Saint Michael & Gudula Cathedral
Already in the 9th century, there was a small oratory dedicated to Saint Michael. It was replaced by a romanesque church which was elevated to rank of capitular church in 1047. The archeological remains of this church can still be visited, as well as the old crypt which is the oldest visitable place in central Brussels. After the transport of the relics of Saint Gudula, the church gained its double name of Collegiate Church of Saint Michael and Saint Gudula. The building of the present gothic church eventually began in 1226, but it took more than 250 years to be completed. As a result, the cathedral features all the different kind of gothics. The following centuries brought their lot of alterations and renovations.
In February 1962, the Collegiate Church was elevated to the rank of Cathedral, along with the Cathedral Saint-Rombauts in Mechelen, with which it forms the seats of the Archidiocese of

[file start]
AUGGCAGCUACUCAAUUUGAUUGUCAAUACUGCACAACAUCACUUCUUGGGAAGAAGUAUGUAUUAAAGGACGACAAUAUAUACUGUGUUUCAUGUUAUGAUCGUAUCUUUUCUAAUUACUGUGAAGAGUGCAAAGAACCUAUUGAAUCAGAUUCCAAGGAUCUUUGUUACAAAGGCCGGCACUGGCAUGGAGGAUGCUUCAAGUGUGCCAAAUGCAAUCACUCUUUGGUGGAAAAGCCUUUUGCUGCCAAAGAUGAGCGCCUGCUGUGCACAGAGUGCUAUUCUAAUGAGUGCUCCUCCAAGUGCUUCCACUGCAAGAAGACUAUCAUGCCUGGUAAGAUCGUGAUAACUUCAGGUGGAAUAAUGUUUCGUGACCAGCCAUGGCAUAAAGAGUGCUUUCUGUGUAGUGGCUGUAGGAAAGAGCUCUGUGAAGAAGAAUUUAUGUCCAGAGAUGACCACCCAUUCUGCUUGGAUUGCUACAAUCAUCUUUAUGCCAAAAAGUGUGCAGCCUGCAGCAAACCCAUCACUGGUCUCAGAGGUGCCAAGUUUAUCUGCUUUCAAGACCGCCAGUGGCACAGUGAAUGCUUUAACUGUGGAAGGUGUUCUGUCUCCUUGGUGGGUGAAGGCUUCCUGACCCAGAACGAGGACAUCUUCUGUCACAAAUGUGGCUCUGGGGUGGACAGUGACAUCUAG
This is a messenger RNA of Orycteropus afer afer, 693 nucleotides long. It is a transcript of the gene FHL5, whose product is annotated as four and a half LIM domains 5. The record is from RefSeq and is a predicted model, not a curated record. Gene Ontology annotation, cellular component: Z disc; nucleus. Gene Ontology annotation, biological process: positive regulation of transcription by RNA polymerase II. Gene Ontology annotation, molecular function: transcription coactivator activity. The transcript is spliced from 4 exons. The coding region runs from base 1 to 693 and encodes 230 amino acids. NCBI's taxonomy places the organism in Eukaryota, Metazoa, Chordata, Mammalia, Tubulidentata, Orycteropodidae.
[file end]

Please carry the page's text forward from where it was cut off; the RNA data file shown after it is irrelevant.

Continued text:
During the last years of the 20th century heavy works were undertaken aiming at restoring the original splendor of the building. The result is visible today: the sober and magnificent interior, with its huge dimensions leave no visitors unimpressed. The many works of art presented in the Cathedral comprise amongst other: stained glasses from the 16th, 17th and the 19th century, the impressive wooden pulpit by Verbruggen (1699), beautiful paintings by Coxcie, nicknamed the Flemish “Raffaelo”, Baroque sculptures by Duquesnoy and Fayd-herbe, delicate religious ornements in the Treasure Room, cenotaphs,…